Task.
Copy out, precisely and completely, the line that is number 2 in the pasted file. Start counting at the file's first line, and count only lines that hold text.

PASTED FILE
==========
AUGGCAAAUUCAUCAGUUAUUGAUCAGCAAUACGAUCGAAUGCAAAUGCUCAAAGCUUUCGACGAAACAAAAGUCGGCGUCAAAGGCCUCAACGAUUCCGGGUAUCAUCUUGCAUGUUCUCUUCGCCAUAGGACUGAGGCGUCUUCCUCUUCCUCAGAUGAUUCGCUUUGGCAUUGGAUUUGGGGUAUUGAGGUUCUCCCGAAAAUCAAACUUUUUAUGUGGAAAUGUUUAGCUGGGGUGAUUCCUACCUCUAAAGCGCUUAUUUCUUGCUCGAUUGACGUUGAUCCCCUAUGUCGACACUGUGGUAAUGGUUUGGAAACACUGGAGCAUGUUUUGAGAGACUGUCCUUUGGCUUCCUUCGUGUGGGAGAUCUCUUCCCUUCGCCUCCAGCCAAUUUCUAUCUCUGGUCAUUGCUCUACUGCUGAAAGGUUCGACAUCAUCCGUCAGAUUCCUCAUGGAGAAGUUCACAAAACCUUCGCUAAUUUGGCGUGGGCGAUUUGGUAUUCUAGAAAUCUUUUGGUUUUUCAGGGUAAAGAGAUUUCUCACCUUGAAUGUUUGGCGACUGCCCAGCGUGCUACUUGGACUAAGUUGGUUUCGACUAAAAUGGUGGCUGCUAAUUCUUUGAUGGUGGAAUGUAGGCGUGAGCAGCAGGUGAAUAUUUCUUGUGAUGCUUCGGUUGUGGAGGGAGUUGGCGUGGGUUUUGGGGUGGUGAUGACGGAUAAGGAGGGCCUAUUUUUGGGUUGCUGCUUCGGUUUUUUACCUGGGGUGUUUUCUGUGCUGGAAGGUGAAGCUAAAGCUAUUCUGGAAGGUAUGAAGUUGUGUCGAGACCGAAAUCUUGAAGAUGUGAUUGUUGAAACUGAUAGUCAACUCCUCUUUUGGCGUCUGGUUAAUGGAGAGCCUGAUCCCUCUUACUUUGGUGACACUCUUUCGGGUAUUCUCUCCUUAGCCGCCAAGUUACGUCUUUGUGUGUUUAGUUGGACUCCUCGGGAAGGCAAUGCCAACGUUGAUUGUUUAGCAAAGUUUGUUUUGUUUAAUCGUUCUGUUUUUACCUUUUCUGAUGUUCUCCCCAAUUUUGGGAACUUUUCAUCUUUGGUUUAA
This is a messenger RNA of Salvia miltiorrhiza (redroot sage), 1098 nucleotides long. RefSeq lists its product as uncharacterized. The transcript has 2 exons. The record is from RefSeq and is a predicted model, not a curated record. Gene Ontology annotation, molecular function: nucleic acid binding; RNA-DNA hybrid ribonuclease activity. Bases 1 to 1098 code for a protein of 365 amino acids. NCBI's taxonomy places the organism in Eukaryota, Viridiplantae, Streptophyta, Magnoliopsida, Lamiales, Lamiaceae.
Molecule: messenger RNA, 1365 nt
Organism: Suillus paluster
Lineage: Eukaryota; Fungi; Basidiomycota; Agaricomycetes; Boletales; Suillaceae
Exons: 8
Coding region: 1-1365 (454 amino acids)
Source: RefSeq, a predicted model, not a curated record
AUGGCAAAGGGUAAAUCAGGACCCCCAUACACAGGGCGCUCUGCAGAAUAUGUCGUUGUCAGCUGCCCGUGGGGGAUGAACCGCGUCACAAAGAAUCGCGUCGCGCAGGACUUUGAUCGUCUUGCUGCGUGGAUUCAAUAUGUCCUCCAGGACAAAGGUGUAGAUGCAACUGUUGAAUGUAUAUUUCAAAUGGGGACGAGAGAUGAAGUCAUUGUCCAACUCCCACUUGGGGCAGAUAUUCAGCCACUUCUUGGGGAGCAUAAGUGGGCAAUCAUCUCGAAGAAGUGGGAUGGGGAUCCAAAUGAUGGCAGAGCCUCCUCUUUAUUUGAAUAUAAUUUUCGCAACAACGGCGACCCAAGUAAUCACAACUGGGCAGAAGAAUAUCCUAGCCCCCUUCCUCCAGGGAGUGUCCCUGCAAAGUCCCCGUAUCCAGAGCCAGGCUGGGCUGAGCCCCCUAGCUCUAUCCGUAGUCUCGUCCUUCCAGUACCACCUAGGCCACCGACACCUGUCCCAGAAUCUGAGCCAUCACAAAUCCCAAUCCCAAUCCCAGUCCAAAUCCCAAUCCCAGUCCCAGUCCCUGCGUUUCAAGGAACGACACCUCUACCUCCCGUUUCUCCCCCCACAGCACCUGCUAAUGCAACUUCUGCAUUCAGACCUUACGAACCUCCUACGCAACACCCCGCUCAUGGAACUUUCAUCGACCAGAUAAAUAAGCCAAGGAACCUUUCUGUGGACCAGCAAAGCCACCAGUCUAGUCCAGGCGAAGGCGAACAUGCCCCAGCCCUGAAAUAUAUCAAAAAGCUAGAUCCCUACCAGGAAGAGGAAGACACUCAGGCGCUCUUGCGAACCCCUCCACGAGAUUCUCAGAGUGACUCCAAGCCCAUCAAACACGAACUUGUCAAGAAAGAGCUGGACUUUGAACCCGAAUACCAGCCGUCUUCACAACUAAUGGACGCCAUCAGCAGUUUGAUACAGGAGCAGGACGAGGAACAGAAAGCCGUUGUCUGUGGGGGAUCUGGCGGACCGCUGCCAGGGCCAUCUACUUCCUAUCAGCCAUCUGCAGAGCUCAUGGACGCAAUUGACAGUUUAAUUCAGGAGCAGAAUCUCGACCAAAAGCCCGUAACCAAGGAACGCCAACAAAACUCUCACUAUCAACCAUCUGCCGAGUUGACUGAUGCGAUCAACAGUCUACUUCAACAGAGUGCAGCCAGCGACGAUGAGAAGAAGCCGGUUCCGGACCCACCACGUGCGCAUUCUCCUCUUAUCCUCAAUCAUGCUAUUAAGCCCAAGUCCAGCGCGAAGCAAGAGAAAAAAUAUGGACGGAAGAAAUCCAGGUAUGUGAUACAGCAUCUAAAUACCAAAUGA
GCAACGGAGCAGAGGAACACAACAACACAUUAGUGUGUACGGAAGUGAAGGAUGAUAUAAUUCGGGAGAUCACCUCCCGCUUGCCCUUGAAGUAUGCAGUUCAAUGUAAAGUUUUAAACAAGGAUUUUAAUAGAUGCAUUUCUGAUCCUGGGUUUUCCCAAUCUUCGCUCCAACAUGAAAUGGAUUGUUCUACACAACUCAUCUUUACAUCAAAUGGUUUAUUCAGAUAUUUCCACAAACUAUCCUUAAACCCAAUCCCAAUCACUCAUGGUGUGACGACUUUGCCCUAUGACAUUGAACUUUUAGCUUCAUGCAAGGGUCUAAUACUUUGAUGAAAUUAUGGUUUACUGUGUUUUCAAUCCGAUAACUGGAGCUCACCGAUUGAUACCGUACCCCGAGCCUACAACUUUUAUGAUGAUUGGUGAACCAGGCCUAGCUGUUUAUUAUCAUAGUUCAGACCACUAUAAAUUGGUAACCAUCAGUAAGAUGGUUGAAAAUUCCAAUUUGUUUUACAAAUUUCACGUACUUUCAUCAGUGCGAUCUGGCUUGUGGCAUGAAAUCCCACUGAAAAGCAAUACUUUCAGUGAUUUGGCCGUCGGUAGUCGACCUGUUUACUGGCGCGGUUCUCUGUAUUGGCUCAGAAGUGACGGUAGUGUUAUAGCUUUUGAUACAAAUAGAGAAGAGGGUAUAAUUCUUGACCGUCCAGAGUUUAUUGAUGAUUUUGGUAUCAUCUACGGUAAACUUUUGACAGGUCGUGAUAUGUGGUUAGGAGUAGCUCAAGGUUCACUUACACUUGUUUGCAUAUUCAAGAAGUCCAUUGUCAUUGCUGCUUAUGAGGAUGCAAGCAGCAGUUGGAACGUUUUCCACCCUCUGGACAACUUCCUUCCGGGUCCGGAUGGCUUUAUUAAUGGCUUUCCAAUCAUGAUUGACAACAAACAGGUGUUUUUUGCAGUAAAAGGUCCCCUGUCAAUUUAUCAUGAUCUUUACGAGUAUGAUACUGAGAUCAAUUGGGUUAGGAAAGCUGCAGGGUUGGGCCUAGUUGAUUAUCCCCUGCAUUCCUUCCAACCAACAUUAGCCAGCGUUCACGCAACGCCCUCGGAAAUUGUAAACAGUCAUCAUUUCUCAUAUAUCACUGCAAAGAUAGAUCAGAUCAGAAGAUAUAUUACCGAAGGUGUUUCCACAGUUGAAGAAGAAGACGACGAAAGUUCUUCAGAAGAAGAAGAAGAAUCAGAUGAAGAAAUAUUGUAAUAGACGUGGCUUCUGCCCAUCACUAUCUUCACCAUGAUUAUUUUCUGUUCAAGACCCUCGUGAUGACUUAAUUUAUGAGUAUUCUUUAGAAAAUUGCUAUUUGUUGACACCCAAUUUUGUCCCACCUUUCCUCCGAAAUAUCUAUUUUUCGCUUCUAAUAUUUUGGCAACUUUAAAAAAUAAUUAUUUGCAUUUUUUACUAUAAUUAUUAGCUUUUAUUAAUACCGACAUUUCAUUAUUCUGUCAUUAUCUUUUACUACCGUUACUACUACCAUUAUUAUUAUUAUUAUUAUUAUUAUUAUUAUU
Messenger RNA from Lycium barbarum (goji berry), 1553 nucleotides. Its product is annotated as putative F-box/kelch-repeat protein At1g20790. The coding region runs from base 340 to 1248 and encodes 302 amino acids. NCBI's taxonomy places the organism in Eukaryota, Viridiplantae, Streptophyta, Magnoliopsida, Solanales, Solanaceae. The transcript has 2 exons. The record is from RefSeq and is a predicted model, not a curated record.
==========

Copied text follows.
This is a messenger RNA of Salvia miltiorrhiza (redroot sage), 1098 nucleotides long. RefSeq lists its product as uncharacterized. The transcript has 2 exons. The record is from RefSeq and is a predicted model, not a curated record. Gene Ontology annotation, molecular function: nucleic acid binding; RNA-DNA hybrid ribonuclease activity. Bases 1 to 1098 code for a protein of 365 amino acids. NCBI's taxonomy places the organism in Eukaryota, Viridiplantae, Streptophyta, Magnoliopsida, Lamiales, Lamiaceae.